To date, there are no other app-based interventions targeting healthy lifestyle behaviors in preschool-aged children offered through child health care. However, a few web-based eHealth interventions have been conducted, that were also linked to a child/youth health care setting. Van Grieken et al.  observed small improvements in health-related behaviors (e.g., sweet drinks and screen time) when analyzing subgroups of children; however, no effects were observed for the entire group when evaluating web-based personalized advice offered to parents (n = 2102) prior to health youth center visits at either 18- or 24-months of age. Helle et al. (2019)  found that children in the intervention group were more frequently served vegetables and fruits (p = 0.015) and less likely to have screen time whilst eating (p = 0.009) after a 6-month intervention of monthly videos promoting healthy eating behaviors, to parents of 6-month-year-old children (n = 718). Similar to these interventions, we observed significant effects on lifestyle behaviors such as intake of sweet and savory treats, sweet drinks, and screen time, indicating promising future potential for digital interventions, when incorporated or linked to child health care systems.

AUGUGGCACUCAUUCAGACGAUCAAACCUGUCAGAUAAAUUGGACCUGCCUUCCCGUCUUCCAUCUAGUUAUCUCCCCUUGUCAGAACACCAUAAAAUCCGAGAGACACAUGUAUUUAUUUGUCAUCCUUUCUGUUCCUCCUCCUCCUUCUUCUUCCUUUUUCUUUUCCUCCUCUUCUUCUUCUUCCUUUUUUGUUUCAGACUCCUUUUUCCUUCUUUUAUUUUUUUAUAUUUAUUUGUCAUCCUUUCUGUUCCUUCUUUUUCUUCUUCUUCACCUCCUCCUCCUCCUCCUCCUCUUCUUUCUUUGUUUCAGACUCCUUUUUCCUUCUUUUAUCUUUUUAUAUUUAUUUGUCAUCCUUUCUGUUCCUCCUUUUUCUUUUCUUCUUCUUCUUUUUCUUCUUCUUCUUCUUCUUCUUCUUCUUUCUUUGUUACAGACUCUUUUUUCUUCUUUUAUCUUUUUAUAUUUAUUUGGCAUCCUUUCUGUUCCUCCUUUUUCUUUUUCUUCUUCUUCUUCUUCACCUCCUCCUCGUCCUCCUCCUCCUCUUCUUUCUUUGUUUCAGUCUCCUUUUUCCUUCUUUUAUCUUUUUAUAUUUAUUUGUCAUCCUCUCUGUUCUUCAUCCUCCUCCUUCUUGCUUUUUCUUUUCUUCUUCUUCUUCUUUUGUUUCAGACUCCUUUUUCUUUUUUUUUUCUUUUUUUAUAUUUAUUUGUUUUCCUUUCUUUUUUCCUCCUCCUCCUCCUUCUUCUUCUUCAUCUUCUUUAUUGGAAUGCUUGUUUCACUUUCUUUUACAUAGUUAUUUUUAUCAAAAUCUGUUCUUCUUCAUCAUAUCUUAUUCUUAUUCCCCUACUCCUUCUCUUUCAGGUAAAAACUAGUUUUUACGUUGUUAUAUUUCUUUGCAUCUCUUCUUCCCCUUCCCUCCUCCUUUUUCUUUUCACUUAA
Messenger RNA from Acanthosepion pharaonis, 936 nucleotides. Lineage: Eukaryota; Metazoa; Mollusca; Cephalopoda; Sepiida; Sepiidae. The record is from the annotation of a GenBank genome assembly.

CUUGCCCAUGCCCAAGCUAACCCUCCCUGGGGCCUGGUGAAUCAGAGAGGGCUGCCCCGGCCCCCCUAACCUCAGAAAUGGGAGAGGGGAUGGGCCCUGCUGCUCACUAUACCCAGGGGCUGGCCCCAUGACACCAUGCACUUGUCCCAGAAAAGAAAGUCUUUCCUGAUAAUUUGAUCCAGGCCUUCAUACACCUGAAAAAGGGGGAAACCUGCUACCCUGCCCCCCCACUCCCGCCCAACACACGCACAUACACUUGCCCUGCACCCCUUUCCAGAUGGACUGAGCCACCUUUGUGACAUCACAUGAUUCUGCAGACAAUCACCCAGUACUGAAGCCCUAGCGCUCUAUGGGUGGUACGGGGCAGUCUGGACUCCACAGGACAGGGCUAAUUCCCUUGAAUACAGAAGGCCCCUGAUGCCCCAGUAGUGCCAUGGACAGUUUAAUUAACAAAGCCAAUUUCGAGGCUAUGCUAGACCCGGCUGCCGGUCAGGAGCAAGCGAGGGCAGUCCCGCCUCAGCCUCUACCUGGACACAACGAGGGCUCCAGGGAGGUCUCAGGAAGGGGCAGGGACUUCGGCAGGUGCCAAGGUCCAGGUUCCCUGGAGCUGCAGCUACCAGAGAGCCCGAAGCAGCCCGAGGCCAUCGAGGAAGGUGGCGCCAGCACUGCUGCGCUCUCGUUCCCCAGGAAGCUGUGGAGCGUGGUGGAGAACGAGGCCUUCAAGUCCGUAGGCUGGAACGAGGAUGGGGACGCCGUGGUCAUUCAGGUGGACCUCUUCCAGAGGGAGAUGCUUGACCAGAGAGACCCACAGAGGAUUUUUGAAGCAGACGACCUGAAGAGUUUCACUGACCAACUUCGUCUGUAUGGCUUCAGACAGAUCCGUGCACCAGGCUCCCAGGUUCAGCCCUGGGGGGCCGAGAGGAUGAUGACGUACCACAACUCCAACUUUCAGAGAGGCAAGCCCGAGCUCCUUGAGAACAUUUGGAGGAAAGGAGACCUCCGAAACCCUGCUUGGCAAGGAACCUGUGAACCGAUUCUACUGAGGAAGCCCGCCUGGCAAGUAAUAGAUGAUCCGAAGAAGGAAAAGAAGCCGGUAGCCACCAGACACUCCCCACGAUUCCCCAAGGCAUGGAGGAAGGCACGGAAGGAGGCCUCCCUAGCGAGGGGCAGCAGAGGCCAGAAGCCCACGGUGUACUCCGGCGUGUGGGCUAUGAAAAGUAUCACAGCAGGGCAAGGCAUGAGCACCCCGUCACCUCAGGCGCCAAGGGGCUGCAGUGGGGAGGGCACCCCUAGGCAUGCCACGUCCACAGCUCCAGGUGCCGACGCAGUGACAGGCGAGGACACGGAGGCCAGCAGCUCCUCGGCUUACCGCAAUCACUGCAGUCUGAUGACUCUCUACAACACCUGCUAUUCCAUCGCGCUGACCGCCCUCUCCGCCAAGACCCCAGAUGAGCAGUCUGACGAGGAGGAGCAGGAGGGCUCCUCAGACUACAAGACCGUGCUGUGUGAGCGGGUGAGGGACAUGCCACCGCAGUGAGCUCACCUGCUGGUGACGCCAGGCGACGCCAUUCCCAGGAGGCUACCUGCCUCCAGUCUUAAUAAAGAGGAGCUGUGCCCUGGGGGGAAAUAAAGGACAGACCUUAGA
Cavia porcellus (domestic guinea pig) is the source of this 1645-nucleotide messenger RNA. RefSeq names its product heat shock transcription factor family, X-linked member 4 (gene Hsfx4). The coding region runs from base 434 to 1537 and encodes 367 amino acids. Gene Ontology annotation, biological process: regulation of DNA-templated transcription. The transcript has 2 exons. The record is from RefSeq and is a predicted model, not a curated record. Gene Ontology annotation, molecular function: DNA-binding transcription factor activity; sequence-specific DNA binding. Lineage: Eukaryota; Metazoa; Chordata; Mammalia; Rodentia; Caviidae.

We also observed a statistically significant effect on screen time. This effect was possibly driven by screen time during weekdays, where an effect size of almost 8 min per day less screen time was observed. Interestingly, this effect is comparable to the long-term follow-up results of the INFANT trial: a more traditional and resource-intense face-to-face intervention delivered by dietitians in 2-h sessions every three months to first time parents of infants aged 4 months . Briefly, parents in the intervention group reported 10 min/day less screen viewing at both follow-ups (2- and 3.5-years post-intervention, i.e., at 3.6 and 5 years respectively) . We did not observe any difference in MVPA between groups at follow-up, which may be due to the primary focus on dietary behaviors in the MINISTOP 2.0 app themes. Also, movement patterns of children aged 2-to-3 years are quite different compared to older children as they are often characterized by an intermittent movement pattern and activities that are not structured or planned  making it harder for parents to identify changes in MVPA even though they may have occurred.
Interestingly, parents in the intervention group reported a higher PSE for promoting healthy diet and physical activity behaviors at follow-up. As parents are key players in promoting healthy lifestyle behaviors for this age group, we believe that this was a meaningful finding. Our results are also in accordance with Möhler et al.  where PSE was a positive predictor of children’s intakes of fruits and vegetables in a kindergarten based randomized controlled trial (n = 558). Correspondingly, a child-centered health dialogue (i.e., a face-to-face intervention) at the age of 4 years within Swedish primary child health care  resulted in a positive effect on maternal PSE for promoting healthy physical activity behaviors. Altogether, it is reasonable to conclude that our findings and existing literature suggest that PSE may be an important target for health promotion in preschool-aged children.